The goal of any S&C program for athletes should be injury reduction first and foremost. The more time an athlete is on the park, the better. In saying this, our focus during training should be to train movements and not muscle groups.
When using machines, it’s likely that you’re targeting specific muscle groups. Exercises such as the leg press, pec deck and smith machine provide a rigid environment for your body to move in line with. You’re UNABLE to move in your natural patterns. Therefore, the stability component is taken away.
While you’ll still get bigger and potentially a little stronger (specific to that machine), you should remember the goal of your training. If your goal is to improve sports performance and reduce injury risk than training on machines is counterproductive.
Machines and pulling systems do have their place in early stage rehab or as part of your accessory work. But even when going through your rehab it’s important to transition to more ‘functional’ movements as soon as possible.
Some people view machines as a ‘safer’ alternative to lifting free weights but you’re not actually teaching the body to move effectively. In doing so, you increase your risk of injury during competition – making it a more dangerous path in the long run.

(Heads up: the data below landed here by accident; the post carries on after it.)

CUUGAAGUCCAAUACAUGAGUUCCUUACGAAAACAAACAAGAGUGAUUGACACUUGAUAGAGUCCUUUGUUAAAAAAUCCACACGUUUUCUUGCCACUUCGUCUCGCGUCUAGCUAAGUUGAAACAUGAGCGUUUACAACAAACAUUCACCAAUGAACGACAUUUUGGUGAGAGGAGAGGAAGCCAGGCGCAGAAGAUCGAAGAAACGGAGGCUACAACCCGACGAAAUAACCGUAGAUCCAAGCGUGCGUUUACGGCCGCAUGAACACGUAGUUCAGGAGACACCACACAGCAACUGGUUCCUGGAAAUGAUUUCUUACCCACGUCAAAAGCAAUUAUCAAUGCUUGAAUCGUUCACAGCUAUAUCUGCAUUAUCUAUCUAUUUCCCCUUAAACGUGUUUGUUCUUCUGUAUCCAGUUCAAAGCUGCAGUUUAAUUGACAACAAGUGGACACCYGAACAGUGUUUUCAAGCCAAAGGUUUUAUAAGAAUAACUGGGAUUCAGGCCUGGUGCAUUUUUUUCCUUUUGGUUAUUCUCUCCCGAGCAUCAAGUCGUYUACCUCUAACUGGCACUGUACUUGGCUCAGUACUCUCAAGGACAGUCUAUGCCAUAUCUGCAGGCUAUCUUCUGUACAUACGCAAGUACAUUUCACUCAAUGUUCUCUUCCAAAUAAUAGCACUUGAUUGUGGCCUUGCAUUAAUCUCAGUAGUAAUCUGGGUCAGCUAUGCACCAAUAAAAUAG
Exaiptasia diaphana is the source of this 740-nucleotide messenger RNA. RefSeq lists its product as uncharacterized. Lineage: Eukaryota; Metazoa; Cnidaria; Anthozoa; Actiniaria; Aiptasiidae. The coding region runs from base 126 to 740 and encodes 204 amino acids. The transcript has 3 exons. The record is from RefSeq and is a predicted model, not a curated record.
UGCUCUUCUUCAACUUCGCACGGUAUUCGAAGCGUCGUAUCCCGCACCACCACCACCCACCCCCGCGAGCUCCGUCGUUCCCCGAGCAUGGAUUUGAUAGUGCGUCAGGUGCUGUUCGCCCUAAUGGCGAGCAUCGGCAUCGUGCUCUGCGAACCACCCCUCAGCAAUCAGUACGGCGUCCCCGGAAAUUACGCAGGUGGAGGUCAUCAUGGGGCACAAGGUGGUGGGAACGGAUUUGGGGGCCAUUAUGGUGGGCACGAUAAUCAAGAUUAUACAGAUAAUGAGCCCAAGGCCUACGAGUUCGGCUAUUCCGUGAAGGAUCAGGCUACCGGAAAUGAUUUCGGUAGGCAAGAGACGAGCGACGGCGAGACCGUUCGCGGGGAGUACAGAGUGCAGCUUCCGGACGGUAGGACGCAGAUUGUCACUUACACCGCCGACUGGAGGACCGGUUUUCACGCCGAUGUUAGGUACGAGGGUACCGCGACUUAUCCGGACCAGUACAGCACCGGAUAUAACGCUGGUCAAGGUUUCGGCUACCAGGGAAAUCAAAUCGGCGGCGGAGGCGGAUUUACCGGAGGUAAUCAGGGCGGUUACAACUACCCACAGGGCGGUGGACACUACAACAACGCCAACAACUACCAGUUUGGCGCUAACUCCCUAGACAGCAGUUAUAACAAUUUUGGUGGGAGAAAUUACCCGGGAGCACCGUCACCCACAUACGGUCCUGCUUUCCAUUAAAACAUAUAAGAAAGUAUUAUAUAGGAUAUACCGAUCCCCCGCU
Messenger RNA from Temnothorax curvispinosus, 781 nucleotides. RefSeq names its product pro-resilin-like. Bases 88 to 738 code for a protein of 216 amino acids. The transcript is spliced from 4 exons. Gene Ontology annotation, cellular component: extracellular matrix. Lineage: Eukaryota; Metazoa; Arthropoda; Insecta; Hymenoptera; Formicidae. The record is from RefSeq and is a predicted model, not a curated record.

“The best and simplest way to introduce instability is to simply ask an athlete to perform and exercise standing on one leg.” – Mike Boyle. It’s important to learn how to balance on one leg, to produce force on one leg, and to resist force on one leg. This will A) improve your efficiency of movements during competition (sprinting, changing direction, jumping) and B) help reduce injury risk.
The bulk of your stability training should be: squatting, hinging, lunging, pushing, pulling, carrying and learning to breathe and brace correctly (the more single leg work, the better). The isolation or accessory work in your program should focus on the midline, hip and shoulder stabilisers. And avoid machines as much as possible, it’s not safer, and it is counterproductive long term.